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The Way Up Is Down, Becoming Yourself by Forgetting Yourself by Marlena Graves, IVP, 2020. Available HERE.

This newly released book (July 14) caught my attention because the general theme is the same as my own book, but it has a totally different approach and writing style. The 20th century was taken by storm by a focus on the self: self-empowerment, self-esteem, self-fulfillment. We’ve become trapped by ourselves. Essential features of Christianity, such as humility and servanthood, have been neglected, even abandoned, leading to a weak and powerless Christianity. Marlena Graves’ book is a much needed one, that I heartily recommend to you.

The book combines personal stories from the author’s life, thoughtful contemplation of biblical passages, along with interaction with those from the Eastern Orthodox tradition. Graves is not Eastern Orthodox, but highlights current and ancient wisdom from this tradition that speaks powerfully, especially to those of us from an evangelical, Protestant background. We can become spiritually malnourished when we only listen to those from within our own denomination or corner of Christianity.

We can be blind to our self-focused approach to life. Each chapter has challenging content to heighten our awareness of our sin and lack of humility in various areas of life, but also encouraging us to look to Christ and His profound path of humility for us and for our salvation. Marlena Graves is bold, saying things that need to be said, but in no way comes across as judgmental or browbeating – just the opposite actually! She is bold yet gentle at the same time. I think this is because she is so authentic, sincere, and honest about her own sin and shortcomings that you are simply encouraged to join her on the paradoxical path of Christian living where the way up is down. We are sinners on this road together.

Graves’ ethnicity is Puerto Rican. She was raised in poverty in the US, and her background allows her to see and perceive things that those of us raised in a position of privilege can fail to see. She has overcome obstacles, and both her and her husband have advanced educational degrees, yet their life remains humble and simple. She isn’t just writing about a way to live, but is actually living it.

The book points us to marginalized folks  – immigrants, refugees, the disabled, the homeless, farm workers, those shut away in nursing homes, other vulnerable folks – and how much we can learn from them, as well as heightening our awareness of injustices they can suffer while we look away or simply forget they exist. Graves has worked for the Farm Labor Organizing Committee. It is from the twitter feed of Marlena Graves that I became more aware of those who pick the crops that end up for sale at our local grocery and on our table. It is backbreaking work, often in excessively hot weather, for low pay. I’ve seen video clips of these folks, and I could not do this work for more than 30 minutes to an hour, let alone for an entire day, and day after day!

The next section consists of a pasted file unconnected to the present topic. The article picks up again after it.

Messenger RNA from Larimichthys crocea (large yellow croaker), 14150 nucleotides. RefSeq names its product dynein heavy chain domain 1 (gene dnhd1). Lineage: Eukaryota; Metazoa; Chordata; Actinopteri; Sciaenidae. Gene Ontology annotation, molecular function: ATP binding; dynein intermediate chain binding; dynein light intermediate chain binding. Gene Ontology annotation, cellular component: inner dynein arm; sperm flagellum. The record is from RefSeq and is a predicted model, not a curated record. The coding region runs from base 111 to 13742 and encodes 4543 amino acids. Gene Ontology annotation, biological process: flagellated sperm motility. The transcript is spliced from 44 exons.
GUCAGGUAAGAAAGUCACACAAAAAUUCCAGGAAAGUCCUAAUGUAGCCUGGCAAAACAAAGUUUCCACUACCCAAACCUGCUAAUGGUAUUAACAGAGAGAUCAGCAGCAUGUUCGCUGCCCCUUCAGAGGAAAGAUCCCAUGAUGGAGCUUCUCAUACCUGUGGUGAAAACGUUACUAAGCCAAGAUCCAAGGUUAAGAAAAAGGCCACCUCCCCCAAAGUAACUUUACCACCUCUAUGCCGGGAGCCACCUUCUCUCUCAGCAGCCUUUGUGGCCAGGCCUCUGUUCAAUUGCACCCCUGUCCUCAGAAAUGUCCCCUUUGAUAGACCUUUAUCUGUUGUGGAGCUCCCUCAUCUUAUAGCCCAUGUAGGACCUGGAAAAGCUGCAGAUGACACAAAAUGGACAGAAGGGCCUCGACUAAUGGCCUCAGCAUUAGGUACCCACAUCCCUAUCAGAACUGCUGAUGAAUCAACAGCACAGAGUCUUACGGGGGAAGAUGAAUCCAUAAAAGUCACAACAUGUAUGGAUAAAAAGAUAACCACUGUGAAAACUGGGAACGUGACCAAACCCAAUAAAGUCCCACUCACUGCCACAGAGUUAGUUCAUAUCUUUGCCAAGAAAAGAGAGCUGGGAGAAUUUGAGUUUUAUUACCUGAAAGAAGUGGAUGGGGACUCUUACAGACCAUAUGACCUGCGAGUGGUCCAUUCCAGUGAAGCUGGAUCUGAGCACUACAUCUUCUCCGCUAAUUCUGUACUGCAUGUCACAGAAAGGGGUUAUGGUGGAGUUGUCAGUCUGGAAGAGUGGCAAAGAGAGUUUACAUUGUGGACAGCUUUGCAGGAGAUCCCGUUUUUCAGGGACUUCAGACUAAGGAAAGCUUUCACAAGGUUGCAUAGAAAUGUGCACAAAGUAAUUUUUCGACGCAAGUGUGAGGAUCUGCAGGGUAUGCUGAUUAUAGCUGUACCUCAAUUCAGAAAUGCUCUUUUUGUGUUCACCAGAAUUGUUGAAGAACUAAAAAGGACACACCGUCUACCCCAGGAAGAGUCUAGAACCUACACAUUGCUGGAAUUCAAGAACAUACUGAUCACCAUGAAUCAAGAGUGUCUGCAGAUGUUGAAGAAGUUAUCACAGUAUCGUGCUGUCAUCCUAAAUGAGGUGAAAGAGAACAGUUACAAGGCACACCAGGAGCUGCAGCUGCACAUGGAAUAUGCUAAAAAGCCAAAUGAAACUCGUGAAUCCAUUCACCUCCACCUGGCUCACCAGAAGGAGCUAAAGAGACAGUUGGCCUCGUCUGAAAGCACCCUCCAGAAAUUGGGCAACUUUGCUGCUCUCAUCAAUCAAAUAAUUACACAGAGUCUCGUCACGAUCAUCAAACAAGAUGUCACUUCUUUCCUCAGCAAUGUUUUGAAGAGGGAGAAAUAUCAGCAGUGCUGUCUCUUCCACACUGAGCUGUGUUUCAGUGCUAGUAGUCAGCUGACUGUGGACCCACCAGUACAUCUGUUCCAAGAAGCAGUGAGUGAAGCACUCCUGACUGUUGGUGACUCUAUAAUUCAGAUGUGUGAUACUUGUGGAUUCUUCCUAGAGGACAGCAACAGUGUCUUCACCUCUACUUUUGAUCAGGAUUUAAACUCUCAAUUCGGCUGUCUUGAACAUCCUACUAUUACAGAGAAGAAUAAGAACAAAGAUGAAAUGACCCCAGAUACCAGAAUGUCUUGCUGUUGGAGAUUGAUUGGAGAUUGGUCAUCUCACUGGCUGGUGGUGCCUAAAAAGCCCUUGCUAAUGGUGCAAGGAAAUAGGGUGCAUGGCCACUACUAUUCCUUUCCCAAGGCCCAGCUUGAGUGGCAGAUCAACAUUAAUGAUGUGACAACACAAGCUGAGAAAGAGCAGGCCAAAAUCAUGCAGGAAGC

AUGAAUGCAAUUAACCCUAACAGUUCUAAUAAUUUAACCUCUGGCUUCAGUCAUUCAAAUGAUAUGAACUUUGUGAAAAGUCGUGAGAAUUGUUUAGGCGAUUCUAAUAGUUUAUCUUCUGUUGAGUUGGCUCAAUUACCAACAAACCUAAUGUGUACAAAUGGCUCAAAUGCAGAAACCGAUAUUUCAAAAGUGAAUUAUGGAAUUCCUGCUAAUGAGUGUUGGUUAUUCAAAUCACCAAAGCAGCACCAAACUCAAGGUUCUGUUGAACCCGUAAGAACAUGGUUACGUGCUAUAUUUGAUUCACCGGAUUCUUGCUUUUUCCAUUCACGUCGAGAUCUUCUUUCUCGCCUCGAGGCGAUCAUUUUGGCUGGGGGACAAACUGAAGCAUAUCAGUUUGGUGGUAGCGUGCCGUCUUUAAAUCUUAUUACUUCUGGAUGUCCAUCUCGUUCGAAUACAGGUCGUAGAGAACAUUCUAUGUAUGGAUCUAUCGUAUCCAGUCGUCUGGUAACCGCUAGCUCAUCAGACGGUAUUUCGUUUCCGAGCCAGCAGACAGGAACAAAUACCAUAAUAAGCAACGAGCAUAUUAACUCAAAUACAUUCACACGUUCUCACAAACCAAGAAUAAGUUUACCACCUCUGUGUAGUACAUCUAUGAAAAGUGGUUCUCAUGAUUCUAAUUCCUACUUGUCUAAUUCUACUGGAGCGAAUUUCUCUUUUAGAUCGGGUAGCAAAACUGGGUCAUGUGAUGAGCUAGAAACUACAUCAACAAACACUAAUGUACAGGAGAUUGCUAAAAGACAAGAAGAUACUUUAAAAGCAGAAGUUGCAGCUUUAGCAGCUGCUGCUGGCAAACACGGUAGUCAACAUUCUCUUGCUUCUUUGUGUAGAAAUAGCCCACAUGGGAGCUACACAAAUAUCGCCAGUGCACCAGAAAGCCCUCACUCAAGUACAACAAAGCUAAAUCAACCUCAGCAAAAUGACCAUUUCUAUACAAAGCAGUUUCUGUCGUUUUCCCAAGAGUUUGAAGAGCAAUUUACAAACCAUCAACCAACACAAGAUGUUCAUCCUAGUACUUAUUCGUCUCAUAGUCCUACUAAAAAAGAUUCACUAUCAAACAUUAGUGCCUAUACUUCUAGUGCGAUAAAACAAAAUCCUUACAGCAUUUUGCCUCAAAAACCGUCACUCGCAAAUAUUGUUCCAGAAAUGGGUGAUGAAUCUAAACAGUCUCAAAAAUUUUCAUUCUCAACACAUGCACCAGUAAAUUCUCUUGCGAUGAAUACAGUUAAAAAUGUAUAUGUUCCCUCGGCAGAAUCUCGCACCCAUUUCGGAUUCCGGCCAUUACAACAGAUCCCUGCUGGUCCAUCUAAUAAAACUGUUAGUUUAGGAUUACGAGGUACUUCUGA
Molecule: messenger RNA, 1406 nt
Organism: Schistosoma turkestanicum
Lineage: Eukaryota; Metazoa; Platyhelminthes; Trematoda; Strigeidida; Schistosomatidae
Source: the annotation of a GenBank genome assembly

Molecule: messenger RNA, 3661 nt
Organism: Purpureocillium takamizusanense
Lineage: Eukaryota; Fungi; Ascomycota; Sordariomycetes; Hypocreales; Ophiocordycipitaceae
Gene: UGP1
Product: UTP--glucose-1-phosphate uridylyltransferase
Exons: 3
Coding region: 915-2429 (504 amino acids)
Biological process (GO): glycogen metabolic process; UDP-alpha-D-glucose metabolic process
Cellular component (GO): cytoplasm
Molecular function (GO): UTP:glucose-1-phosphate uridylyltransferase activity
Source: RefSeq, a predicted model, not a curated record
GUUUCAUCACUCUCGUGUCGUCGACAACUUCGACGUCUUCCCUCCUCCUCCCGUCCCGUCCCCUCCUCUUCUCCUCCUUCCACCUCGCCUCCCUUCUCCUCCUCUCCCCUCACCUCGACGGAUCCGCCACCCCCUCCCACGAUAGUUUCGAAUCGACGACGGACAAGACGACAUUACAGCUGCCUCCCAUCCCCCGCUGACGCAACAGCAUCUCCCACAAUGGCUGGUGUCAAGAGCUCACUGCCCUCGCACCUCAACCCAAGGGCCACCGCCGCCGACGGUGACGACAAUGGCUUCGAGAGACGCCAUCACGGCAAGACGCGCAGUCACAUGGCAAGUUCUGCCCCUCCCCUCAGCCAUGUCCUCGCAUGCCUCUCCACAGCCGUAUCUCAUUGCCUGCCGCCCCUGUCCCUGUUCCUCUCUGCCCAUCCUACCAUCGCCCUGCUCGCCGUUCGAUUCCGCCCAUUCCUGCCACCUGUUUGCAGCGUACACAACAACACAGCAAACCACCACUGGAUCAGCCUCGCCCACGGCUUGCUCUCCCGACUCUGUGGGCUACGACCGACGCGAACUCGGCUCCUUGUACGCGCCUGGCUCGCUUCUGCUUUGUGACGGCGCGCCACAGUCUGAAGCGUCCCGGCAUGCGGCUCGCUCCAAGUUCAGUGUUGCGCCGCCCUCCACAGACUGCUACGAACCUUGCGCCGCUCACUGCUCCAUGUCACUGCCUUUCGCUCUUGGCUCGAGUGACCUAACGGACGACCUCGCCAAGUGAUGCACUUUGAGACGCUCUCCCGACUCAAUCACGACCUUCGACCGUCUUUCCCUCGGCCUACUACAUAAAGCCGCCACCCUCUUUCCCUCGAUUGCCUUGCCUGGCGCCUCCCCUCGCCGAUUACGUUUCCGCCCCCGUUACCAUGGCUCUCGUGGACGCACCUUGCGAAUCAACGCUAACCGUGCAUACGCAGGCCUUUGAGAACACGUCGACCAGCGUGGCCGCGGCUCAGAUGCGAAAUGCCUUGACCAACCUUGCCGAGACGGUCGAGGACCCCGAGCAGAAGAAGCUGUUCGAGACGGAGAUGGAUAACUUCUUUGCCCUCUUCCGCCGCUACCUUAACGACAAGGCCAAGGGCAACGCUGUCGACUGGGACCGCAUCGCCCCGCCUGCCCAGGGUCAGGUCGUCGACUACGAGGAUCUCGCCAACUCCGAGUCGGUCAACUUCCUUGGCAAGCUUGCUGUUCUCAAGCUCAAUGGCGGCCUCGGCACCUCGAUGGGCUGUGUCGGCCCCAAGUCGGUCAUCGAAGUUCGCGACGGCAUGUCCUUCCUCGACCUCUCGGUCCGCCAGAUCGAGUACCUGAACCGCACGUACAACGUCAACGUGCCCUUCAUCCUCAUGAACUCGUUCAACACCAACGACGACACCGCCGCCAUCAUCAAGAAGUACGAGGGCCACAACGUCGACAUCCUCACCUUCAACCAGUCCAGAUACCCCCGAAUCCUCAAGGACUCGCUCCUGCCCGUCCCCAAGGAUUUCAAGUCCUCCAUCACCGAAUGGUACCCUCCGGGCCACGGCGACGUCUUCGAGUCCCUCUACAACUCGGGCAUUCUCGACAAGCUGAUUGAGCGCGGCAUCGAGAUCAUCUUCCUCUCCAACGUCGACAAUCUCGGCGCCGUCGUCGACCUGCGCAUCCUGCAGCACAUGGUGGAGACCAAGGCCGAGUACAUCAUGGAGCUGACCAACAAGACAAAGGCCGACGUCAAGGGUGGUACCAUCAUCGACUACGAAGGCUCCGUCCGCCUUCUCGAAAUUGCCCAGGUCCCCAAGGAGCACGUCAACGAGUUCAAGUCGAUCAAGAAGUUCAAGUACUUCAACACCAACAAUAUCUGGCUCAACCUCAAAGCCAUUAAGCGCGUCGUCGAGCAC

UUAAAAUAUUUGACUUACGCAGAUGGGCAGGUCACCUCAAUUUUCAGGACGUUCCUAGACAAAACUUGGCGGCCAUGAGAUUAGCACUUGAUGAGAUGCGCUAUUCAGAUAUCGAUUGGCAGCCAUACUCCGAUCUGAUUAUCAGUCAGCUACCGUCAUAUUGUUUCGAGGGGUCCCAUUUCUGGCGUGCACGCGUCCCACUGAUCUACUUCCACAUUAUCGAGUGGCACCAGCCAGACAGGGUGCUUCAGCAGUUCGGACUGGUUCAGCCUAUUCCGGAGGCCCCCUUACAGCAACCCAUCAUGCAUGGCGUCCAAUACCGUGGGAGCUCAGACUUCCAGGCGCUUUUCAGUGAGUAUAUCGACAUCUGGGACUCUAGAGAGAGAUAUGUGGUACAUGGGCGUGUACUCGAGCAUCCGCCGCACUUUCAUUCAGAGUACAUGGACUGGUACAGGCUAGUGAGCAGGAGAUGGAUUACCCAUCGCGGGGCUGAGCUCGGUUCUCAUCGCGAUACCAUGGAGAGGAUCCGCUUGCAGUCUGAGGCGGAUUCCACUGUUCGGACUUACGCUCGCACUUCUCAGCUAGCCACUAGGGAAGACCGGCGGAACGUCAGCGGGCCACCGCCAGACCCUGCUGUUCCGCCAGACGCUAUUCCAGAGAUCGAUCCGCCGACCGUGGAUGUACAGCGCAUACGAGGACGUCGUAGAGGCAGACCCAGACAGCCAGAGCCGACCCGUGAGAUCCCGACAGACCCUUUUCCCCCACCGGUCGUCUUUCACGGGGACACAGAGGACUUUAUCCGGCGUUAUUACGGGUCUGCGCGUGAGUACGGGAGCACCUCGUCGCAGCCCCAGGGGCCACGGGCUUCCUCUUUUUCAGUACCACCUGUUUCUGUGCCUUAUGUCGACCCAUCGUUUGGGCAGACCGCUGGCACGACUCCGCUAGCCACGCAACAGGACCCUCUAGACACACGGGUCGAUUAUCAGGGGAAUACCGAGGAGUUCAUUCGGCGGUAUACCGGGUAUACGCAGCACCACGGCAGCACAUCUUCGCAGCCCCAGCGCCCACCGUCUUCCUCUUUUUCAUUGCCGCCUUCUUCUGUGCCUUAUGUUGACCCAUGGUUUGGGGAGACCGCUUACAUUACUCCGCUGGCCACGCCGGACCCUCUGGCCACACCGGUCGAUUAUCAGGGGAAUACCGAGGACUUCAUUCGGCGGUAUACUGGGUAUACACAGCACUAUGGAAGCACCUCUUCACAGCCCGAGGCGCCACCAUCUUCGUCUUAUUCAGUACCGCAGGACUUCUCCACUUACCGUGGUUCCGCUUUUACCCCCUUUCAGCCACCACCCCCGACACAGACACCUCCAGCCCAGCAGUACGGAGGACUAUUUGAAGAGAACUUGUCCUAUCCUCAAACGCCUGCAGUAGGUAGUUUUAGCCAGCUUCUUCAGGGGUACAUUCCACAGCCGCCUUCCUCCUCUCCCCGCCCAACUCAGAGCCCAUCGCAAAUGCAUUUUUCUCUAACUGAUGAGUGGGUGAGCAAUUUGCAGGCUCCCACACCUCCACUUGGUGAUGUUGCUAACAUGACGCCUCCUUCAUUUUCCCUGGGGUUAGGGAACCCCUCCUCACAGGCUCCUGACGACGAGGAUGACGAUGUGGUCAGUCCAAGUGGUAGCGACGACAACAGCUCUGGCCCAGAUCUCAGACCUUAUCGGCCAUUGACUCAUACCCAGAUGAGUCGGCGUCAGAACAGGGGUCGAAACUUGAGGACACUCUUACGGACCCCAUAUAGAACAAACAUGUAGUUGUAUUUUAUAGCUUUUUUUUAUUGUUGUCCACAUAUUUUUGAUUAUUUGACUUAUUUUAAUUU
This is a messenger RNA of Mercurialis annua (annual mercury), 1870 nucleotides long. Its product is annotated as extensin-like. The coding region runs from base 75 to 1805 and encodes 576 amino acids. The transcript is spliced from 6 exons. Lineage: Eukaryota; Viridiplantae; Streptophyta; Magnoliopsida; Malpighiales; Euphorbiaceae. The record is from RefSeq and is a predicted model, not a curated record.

I recommend this book to you, and will end by sharing excerpts from it. I’ll share more challenging ones. Remember the way up, is down! In another place, Graves says the ladder of Christian success is inverted…

“Back in the day when there was prayer in school, there was slavery, lynching, and the genocide of the indigenous too…God would rather have our life of prayer manifest itself in love for our neighbors, which demonstrates our love for him, over perfunctory prayer in school any day.” (page 29-30)

“I seldom think of myself as pharisaical. But who does? We are blind to our own sins and like to think we are unbiased, righteous judges when it comes to the sins of others. But there at the YMCA [an experience she shared] my thoughts revealed wickedly pharisaic tendencies lodged inside my heart…I came face-to-face with reality, with myself….The Lord was like ‘Marlena, why don’t you deal with the log in your own eye instead of pointing out the speck of sawdust in his?’ ….Walking around with a log in my eye? I’m definitely dangerous and function as a menace to society.” (page 47)

– I really liked that visual, taking Matthew 7 literally, and thinking of an actual log sticking out of my eye!

“The need, my need, for repentance isn’t theoretical, or a notion conjured up by an institutional church to shame us and keep us guilt-ridden under its thumb. The need to repent is not a false narrative that needs to be deconstructed. Whether we are an individual, family group, organization, church, or nation, it does no good to ignore our sins or dismiss the notion of sin as antiquated, outdated, and out of step with the modern world. John the Baptist is still calling out to us, to me, ‘Repent…for the Kingdom of Heaven is near!’ (Matthew 3:2). Repentance is a life-and-death matter. Repentance is the pathway to Christ, the kingdom.” (page 50, bold added)

Lest you think this sounds too hard and heavy, she also emphasizes that:
“we are not to be unhealthily obsessed with our sins, rehearsing them to ourselves day and night and tumbling into despair” (page 53, bold added)
“awareness is the first step toward freedom.” (page 54)
“When I meet him, I have a hunch Jesus will welcome me, eyes full of joy and cheer, singing my name.” (page 65)

“Jesus did the work of a servant because no one else wanted to do it. God himself showed us that he is not too great to humble himself. Behold divine humiliation, the love of God! … Once more I think of Charles de Foucauld’s words: ‘Jesus has so diligently searched for the lowest place that it would be very difficult for anyone to tear it from him.'” (page 145)

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